In Klutsis' poster, Stalin rises solid from the earth, forged to the motherland and presenting a fortress of protection for the work beneath him.
Immediately beneath him and literally heading into his body is a wedge-shaped scene of the old, labour-intensive farming methods - horse and plough, and manual tilling.
In another of Klutsis' characteristic diagonals, a modern scene occupies the foreground in which a huge paddock is ploughed by an enormous tractor and only a handful of agricultural workers. The tractor flies an impossibly large red banner.
Behind Stalin, there is another typical Klutsis motif - the sea of people, in this case peasants - streaming in as a surging tide towards the inevitable socialist future.
Stalin is lit by a red ray from the heavens, containing a quotation of his own words:
"At the end of the Five-Year Plan, Soviet collectivisation should be mostly finished. "( I. Stalin)
The green side bar contains a series of slogans:
For organisational and economic strengthening of the collective!
Unknown artist, Six historical conditions of Comrade Stalin, undated
Yet another 'six conditions' poster on cheap paper, this time unsigned and undated. As the speech by Stalin from which the six conditions are taken was delivered on June 23, 1931, the poster post-dates this speech.
The poster appears to have been created in the early 1930s, as both the style and the Stalin portrait are of that time. The cameo format of the portrait places this poster within the tradition of informative and statistical posters of early Stalinism.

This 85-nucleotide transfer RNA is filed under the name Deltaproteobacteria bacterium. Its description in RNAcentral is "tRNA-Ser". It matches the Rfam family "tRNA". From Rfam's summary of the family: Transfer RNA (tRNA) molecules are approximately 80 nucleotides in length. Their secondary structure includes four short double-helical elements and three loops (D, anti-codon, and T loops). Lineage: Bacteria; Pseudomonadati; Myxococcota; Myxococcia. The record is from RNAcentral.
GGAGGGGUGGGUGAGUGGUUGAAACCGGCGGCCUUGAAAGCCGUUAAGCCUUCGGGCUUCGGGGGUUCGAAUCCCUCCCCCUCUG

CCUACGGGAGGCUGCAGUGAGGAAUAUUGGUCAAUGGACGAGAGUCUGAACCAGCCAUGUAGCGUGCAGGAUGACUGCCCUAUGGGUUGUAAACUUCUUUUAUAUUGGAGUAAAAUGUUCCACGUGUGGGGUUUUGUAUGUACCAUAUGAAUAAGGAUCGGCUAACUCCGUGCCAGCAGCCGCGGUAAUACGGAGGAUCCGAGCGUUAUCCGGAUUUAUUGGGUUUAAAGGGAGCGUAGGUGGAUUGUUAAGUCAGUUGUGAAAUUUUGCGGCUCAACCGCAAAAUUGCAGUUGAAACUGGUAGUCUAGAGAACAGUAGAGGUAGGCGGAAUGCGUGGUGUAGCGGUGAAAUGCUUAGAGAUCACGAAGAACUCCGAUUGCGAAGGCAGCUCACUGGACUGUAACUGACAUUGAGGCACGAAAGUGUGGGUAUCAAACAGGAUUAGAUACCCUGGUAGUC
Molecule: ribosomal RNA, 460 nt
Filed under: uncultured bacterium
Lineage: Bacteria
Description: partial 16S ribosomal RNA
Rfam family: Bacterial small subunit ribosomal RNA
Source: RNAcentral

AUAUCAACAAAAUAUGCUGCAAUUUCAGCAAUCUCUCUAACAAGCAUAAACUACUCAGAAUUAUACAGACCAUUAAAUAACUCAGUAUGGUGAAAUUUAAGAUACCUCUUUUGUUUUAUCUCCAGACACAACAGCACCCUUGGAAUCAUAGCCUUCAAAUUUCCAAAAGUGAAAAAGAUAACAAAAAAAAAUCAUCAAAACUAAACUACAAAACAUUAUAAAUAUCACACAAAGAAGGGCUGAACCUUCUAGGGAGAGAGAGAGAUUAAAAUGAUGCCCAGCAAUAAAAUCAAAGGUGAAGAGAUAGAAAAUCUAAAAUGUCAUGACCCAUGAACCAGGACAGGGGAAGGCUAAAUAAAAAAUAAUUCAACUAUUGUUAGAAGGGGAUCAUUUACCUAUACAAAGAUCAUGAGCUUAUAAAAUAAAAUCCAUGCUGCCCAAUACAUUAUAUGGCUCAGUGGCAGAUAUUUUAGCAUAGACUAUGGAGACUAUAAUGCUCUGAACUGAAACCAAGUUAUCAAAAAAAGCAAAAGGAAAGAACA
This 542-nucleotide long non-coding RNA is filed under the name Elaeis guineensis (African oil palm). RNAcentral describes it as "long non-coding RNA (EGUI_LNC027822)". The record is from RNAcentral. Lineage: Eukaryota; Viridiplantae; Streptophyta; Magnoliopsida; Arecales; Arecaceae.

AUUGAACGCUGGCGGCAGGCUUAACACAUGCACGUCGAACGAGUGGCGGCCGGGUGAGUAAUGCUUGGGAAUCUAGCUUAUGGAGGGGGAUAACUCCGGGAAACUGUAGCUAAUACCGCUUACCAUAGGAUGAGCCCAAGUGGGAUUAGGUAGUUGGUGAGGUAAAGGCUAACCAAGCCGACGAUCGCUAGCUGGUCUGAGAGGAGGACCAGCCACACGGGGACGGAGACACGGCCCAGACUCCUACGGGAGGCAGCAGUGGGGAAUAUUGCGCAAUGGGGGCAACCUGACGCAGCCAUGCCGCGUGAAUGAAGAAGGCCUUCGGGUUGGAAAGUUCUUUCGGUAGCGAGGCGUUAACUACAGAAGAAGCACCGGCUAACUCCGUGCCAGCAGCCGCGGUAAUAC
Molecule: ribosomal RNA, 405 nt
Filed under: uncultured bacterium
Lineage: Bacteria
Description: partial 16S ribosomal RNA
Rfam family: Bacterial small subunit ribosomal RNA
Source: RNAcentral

The poster shows scenes of industrialisation at the top and agricultural collectivisation at the bottom. The use of red fill denotes the socialist nature of this progress.
Strong diagonals among the industrial construction lead the eye to the medallion photographic portrait of Stalin. Stalin gazes directly at the viewer, appealing to them to adopt his six conditions.
The text of the poster reads:
Unknown artist, The path to victory - implementation of the six conditions of Comrade Stalin, 1932
This 1932 version of the six conditions poster by an unknown artist prioritises text over image. This sort of poster with simple design on cheap paper was often used as a way to publicise important messages from the leader.
The text reads:
The path to victory - implementation of the six conditions of Comrade Stalin.
Nina Vatolina, Nikolai Denisov, Vladislav Grigorevich Pravdin, & Zoia Rykhlova-Pravdina, Thank You Comrade Stalin for our Happy Childhood!, 1938.
Although the 1938 poster ‘Thank you Comrade Stalin for our happy childhood!’, by Nina Vatolina, Nikolai Denisov, Vladislav Pravdin and Zoia Rykhlova-Pravdina features a similar colour scheme and several of the same objects as the Viktor Govorkov poster of 1936, significantly, the action in this poster takes place in front of a New Year tree.